I build a fair amount computers, and a give each one a healthy over-clock. Therefore, I look for coolers that are easy to install while performing well in order to keep the CPU temperatures as cool as possible for maximum longevity. I previously used a lot of the larger metal conduction heat sinks, and had great results with many of them in terms of CPU temperature. However, for aesthetic and noise purposes I have been swayed into using the Antec Kuhler 620 h2O (the smaller version of this unit). I have been so pleased with that unit, that I desperately wanted to get my hands on this "upgraded" version. It's not perfect, but it is excellent none-the-less, and will likely appeal to the majority of computer enthusiasts.
Out of the Box:
One of the first things you'll notice when un-boxing the Antec Kuhler H20 920 is that the unit is relatively light-weight despite it's size. The look of the unit is fairly standard and if you are familiar with the Antec 620, you'll find that this unit looks very similar with most of the differences only emerging when you compare the thickness of the head unit and the radiator. This is, once again, a unit manufactured by the company, Asetek (The group that previously constructed the Corsair H0 and H70). The tubing on the 920 is slightly thicker, but remains very flexible. Asetek, the manufacturer of the unit, says that this Antec model uses the latest(3rd-generation) copper cold plate (head unit) and less flow restrictive tubing. This unit is fairly similar still to the Corsair H70, with the exception of the Antec unit having a spiffy RGB (user color-controlled) logo- which really does look cool by the way (if you are into that); as well the Antec unit blowing it's warm exhaust outside of the case (my preference) rather than inside, ala the Corsair H70.
Ease of Installation:
While the box says "quick installation" this will take a seasoned PC builder about 15 minutes to install. Though it is certainly not a difficult task for a complete novice, either. In summary, you install a backplate, a front bracket and finally push the unit down and turn to lock it in place. After the radiator is mounted and the unit secured, you plug the fan, usb and pump into the motherboard. All-in-all, a fairly simple process.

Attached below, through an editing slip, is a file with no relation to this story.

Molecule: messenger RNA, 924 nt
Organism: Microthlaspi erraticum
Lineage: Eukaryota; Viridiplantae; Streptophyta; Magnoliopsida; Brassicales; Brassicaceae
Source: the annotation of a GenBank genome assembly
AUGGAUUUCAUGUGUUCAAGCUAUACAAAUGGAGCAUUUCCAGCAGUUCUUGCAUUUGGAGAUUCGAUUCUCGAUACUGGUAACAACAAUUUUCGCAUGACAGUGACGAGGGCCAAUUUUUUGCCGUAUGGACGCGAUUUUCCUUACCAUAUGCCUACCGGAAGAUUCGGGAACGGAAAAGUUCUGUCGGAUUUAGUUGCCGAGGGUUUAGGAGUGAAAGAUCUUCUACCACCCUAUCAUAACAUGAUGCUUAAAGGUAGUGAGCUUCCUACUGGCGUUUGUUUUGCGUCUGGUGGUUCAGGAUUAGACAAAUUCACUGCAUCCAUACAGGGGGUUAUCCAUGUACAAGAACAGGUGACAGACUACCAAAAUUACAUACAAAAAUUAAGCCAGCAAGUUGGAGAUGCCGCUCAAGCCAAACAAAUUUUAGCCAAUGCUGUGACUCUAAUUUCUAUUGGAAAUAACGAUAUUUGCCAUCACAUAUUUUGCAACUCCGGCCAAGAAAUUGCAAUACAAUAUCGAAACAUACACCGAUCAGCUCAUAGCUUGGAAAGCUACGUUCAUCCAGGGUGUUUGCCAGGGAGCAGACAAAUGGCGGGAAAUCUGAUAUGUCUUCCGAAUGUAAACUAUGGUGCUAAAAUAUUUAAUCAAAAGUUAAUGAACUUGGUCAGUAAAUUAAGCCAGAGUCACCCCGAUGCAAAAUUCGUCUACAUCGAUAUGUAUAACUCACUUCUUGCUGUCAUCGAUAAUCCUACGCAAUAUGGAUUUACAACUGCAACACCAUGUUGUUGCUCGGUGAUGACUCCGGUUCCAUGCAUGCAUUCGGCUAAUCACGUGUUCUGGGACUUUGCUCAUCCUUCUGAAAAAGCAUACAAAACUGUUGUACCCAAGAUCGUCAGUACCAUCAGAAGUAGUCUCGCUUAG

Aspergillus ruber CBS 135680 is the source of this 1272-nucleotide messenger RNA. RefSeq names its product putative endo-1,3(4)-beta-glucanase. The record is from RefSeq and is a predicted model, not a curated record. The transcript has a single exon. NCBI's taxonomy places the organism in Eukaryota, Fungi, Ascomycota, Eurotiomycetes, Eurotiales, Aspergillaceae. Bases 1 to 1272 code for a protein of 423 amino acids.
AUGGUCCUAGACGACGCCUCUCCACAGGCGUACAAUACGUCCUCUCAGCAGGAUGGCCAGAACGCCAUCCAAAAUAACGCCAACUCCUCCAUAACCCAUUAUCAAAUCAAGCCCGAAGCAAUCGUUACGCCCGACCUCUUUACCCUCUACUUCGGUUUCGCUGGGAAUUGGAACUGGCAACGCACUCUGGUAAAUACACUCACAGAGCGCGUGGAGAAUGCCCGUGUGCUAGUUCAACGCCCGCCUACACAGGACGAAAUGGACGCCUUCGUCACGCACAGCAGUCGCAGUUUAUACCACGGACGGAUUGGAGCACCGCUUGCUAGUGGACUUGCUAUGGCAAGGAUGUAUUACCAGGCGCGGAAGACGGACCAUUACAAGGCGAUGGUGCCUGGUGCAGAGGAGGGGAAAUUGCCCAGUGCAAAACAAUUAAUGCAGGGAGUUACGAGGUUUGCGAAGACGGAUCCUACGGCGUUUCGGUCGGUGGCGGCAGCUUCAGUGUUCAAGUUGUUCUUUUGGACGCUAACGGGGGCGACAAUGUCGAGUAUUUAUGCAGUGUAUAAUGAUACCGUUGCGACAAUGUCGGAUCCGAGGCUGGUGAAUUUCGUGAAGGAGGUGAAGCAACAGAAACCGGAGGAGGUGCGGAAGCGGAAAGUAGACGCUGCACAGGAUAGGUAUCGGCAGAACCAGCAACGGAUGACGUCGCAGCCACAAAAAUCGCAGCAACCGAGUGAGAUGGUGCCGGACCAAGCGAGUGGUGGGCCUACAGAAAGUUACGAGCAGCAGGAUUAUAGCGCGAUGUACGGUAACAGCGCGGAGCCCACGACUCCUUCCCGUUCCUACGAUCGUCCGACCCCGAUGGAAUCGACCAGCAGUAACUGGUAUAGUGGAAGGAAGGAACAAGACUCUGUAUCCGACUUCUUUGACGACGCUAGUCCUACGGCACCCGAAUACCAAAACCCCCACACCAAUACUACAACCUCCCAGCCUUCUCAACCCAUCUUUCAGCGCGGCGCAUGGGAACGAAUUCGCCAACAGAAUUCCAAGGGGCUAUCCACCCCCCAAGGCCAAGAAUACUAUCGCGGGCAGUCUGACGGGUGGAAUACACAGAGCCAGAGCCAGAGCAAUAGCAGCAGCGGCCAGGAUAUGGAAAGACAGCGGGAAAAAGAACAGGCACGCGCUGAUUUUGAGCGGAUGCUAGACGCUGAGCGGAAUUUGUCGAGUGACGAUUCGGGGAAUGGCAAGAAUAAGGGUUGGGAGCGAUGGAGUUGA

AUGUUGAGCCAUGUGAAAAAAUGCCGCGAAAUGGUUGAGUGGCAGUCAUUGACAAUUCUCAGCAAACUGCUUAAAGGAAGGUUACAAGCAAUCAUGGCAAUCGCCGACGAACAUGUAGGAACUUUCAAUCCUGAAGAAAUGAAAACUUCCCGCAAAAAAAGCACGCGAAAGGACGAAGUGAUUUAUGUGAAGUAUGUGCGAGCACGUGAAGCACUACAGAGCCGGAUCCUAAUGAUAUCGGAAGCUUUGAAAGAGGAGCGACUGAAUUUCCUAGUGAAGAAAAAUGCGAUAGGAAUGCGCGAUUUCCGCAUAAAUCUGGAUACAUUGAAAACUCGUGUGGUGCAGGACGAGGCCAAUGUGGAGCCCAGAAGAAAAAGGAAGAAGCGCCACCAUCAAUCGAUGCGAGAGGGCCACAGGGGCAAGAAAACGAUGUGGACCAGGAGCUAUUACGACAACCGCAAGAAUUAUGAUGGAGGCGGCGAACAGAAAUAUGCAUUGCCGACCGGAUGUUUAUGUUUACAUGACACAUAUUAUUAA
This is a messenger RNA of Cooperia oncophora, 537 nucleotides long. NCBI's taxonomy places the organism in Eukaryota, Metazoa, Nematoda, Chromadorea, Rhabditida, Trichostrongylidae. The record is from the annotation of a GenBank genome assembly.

Keep in mind, cooling numbers of my machine and yours will certainly vary due to differences in ambient temperature, cases, fans etc.. Therefore, rather than only giving you my current temperatures with this unit I will provide the approximate difference from the previous well-performing Antec Kuhler 620 and Intel stock cooler and let you decide its efficacy. My testing is by no means scientific, as I didn't know the ambient temperature of the room at the time of each test. So consider these numbers mere estimates.
Intel Stock Cooler
Idle: 42 c Full Sustained Load: 79
Antec Kuhler 620 H20
Idle: 38c Full Sustained Load: 56c
Antec Kuhler 920 H2O
Idle: 34c Full Sustained Load: 51c
The Antec Kulher 920 H20 is VERY quiet when the system is not under extended load- which is common for most everyday applications. The sound level changes drastically,however, when the system is under a full-extended load. The unit becomes quite noisy and is reminiscent of a forest gnome running his/her small weed-wacker inside your pc. If you favor performance over sound level, this is all well and good. However, if you want a quiet pc, you will have to tame the fans on the unit either by replacing them with a more noise-conscious substitutes or by limiting the speed (and performance) of the fans using the included software. I should mention that the only way I could get the fans to ramp up that high on their own was by running torture tests such as PRIME95 for over ten minutes. During gaming sessions the fans remained quite reasonable and discrete.
I build computers fairly frequently and really like this unit in comparison to some other cooling setups I have used in various systems. This unit performs very well, installs easily, and offers impressive value. The unit also has fans which regulates its speed by the motherboard and will make adjustments as needed, a welcome feature. While it's not going to replace a true custom water cooling setup, it holds its own against everything in its price range while being mostly quiet and easy to work with. If you aren't planning on doing a major overclock, you still might want to check out the small H20620, as it's tough to beat in terms of value. If you have any questions feel free to leave a comment and I will do my best to answer ASAP.
-Cool Monitoring Software
-Great Cooling Performance
-3 year warranty
-Estimated 50,000 hour pump lifespan
- A lot of competition at this price point (though this is definitely a top-contender)
- Noisy at higher fan levels
CPU: Sandy Bridge Core i5 2500k, Overclocked to 4.4ghz
Motherboard: Asus Sabertooth P67
Hard Disks: Corsair F60 SSD (boot device), WD-Velociraptor 150gb , WD Blue 1TB
GPU: 2 x SLI -MSI N560GTX-TI Twin Frozr II/OC GeForce GTX 560 Ti (Fermi) 1GB 256-bit GDDR5 PCI Express 2.0 x16 HDCP Ready SLI Support Video Card
MEMORY: G-Skillz 8GB (2 x 4GB) 240-Pin DDR3 SDRAM DDR3 1600 (PC3 12800) Desktop Memory (overclocked)
PSU: Antec True Power 750W Modular Power Supply
CASE: Silverstone Raven-02EW